If the legal liabilities and burdens of putting cars on the road are so difficult, and even more so with a small-volume car, then can we learn some lesson from this as to possibly changing our liability laws? Perhaps the Bush Administration and Andrew Card, (Bush's Chief of Staff and a former Anti-EV lobbyist for Detroit automakers) could score big by doing the unexpected and negotiating some compromise that would help keep these vehicles in existence and allow companies like GM to develop more of them?
Maybe GM, instead of "recycling" the brunt of their EV1's, could set them aside and create a modest program, such as leasing them all to one large business that could keep them on the road by some special agreement, keeping a tight reign over their use and upkeep.
Or, if it is too late for the EV1, at least let us examine if there is anything that can be changed with liability law to present a business environment that is less hostile to innovation while at the same time guarding and maintaining those aspects of the law that have apparently helped us do a better job of holding manufacturers responsible for the performance of their wares.
I would not presume to discuss such points, but I took another drive recently of a soon-to-be-destroyed EV1 via evrentals.com and what a great car! As some leasees have said: in their opinion, it's simply the best car they can find, period. It reminded me of an old Integra I once had: low to the ground, sporty handling, good acceleration at all levels (including in highway passing situations from 65 to 80 mph), quiet, etc.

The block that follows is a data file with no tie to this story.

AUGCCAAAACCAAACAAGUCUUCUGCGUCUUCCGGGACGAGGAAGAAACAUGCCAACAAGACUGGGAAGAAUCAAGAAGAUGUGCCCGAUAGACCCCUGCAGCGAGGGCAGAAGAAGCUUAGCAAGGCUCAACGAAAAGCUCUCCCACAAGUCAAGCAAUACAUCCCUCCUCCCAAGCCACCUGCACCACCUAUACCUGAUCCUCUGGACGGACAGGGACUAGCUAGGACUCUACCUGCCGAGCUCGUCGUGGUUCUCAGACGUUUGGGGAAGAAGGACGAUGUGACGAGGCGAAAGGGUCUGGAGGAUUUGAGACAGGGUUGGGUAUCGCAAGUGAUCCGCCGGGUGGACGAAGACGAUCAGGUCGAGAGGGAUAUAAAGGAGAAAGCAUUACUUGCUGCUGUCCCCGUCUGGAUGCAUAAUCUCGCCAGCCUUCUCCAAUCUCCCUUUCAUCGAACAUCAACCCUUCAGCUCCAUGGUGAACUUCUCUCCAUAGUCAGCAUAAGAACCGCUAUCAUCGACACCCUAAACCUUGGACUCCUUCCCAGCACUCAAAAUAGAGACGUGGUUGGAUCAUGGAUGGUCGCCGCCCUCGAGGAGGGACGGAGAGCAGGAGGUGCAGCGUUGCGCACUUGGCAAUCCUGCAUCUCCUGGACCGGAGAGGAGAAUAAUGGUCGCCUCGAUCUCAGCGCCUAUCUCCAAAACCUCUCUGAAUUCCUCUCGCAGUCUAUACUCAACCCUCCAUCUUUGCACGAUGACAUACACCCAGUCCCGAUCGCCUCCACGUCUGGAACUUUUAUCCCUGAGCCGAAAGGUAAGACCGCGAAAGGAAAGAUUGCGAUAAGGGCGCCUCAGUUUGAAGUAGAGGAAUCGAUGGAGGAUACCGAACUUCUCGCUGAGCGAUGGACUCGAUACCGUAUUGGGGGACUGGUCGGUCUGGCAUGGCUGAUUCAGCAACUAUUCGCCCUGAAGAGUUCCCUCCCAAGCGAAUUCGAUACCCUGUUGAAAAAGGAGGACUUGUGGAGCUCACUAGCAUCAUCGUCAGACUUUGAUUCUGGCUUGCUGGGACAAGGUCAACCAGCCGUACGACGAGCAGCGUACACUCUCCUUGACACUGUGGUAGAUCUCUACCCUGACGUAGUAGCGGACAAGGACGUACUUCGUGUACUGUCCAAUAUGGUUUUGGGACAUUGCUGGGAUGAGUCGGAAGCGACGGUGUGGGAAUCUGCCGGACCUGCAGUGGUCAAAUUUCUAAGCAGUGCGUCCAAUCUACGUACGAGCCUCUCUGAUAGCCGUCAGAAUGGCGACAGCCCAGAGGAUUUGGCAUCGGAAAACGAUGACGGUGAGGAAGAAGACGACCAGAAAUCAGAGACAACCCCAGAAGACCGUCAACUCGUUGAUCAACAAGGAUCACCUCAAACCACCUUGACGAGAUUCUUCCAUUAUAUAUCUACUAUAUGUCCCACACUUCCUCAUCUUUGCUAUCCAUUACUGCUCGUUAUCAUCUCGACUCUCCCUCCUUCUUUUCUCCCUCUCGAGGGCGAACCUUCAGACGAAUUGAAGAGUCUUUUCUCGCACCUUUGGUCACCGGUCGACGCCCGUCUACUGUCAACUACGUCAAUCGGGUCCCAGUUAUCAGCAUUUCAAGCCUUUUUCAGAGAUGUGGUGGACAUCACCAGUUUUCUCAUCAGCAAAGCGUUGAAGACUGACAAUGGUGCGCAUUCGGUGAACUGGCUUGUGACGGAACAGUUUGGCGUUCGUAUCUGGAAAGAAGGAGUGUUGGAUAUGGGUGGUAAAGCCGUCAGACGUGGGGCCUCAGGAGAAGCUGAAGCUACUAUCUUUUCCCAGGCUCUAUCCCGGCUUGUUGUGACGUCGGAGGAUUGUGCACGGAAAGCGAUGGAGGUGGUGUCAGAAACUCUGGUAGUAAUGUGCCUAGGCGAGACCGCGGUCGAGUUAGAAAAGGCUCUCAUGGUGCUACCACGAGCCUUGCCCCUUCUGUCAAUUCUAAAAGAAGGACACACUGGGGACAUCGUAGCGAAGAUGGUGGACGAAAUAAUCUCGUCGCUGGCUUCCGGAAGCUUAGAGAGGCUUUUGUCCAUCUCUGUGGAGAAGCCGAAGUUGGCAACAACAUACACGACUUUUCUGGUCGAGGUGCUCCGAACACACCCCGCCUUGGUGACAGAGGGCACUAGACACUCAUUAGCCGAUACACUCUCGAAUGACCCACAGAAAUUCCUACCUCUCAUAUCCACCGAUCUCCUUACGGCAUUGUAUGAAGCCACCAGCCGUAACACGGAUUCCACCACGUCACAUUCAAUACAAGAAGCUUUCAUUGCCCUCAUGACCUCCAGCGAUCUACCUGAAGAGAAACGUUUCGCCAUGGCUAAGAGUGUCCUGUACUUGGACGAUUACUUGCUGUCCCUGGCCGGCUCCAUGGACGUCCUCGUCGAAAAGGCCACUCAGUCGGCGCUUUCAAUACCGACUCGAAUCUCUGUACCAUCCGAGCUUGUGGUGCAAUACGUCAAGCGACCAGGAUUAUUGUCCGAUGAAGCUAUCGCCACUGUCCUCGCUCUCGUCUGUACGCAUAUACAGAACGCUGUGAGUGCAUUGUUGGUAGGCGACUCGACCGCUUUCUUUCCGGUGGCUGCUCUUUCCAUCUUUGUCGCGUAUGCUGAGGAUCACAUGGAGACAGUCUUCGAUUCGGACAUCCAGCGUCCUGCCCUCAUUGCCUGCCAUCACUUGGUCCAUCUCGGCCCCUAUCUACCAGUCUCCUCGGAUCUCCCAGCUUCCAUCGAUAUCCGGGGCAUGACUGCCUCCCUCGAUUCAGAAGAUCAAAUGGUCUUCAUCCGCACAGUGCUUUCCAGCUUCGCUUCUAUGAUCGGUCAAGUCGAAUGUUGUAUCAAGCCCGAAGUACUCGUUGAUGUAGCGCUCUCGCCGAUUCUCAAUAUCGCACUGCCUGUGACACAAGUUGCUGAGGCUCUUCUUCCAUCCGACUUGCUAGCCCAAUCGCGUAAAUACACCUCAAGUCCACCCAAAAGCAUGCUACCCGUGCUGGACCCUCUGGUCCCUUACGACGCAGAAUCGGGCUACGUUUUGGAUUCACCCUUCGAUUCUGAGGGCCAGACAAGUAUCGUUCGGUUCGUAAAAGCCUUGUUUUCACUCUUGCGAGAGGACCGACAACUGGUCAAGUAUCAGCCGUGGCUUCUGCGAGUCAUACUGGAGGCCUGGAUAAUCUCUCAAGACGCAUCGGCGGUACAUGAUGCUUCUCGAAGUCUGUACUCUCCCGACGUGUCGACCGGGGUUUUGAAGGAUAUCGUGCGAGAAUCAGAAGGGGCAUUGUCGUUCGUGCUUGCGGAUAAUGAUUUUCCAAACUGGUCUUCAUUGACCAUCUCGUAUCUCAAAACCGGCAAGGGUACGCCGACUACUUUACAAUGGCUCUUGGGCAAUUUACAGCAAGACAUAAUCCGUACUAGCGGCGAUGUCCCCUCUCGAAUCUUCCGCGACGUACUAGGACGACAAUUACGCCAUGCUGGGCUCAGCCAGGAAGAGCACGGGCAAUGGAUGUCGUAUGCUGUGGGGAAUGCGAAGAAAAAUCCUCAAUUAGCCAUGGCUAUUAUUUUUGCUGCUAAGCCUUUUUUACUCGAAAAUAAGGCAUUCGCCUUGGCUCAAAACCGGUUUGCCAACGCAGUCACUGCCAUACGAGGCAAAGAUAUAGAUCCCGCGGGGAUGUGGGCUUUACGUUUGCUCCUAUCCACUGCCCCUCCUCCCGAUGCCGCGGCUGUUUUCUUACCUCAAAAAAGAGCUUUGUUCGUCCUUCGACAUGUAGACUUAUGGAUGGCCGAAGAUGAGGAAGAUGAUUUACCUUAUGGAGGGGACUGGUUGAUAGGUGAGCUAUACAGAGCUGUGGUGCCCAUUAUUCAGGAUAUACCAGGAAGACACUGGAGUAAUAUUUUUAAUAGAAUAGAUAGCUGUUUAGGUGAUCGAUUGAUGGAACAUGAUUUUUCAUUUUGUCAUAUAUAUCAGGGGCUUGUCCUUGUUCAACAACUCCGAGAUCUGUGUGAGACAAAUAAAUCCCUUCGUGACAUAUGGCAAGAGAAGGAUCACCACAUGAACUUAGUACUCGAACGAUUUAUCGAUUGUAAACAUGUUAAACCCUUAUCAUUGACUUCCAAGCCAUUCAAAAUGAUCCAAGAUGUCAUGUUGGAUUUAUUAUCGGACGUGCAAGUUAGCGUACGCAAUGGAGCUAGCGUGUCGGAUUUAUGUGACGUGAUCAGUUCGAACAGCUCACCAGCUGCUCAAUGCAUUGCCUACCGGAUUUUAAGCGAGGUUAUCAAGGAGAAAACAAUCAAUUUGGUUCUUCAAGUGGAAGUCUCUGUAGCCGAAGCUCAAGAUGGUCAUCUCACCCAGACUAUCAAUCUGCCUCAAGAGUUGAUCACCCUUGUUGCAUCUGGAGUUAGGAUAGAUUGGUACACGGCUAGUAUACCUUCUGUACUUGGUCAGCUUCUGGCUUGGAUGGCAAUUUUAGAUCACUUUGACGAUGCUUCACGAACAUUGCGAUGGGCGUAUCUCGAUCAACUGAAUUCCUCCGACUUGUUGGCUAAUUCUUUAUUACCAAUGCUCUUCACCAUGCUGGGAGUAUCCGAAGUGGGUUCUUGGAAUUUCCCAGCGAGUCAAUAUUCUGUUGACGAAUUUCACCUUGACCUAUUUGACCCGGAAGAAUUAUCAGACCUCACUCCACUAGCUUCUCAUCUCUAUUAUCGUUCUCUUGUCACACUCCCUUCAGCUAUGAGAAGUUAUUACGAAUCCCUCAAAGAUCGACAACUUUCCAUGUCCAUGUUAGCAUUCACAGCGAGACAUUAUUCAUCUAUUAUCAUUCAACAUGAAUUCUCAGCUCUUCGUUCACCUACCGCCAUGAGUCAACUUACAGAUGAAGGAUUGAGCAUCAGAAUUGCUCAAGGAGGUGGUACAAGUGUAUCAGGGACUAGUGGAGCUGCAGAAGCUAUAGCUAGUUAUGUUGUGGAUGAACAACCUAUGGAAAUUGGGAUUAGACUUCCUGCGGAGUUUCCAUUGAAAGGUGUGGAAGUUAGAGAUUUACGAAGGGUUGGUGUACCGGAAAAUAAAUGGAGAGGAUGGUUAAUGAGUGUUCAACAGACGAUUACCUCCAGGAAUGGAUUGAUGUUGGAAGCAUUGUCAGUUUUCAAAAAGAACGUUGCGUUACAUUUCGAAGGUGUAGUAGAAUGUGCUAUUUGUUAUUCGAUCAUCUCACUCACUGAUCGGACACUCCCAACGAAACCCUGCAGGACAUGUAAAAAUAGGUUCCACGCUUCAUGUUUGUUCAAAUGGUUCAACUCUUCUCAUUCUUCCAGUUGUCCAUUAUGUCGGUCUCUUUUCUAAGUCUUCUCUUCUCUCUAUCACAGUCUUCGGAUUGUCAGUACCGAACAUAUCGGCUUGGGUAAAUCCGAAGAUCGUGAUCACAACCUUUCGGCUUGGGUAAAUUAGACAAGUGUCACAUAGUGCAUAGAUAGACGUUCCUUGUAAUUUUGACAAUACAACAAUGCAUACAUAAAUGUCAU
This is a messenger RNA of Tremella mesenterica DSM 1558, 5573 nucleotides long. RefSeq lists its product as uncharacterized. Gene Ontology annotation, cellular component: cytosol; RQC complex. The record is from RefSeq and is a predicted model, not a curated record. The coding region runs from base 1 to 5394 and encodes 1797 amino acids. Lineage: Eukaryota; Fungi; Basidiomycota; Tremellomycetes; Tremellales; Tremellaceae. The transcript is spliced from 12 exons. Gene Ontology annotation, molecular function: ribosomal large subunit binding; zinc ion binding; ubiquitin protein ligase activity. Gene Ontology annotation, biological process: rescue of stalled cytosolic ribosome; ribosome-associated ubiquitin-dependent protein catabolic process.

Ok, so "best car" is a matter of opinion and there are plenty of readers who would not even like an EV1 at all, much less rate it so highly, but I have found it well worth driving, and others have too.
Once they are mostly all destroyed (and I take it for granted that they will be), I hope GM will at least be to put some good hybrids on the road that incorporate some of the good EV1 technologies. So far as I can tell, that hasn't happened yet.
What does seem to be happening is that GM has contracted for someone else to build some slower NEV's in case they are required to satisfy the California ZEV mandate after the legal wrangling is over. Those NEV's will be given away for free (if I understood the press releases), and will not be made directly by GM. Thus, not only does GM miss a chance to build some better highway capable EV's, but the low price of the proposed GM NEV will also hurt the nascent and successful for-profit EV business efforts of a company like GEM.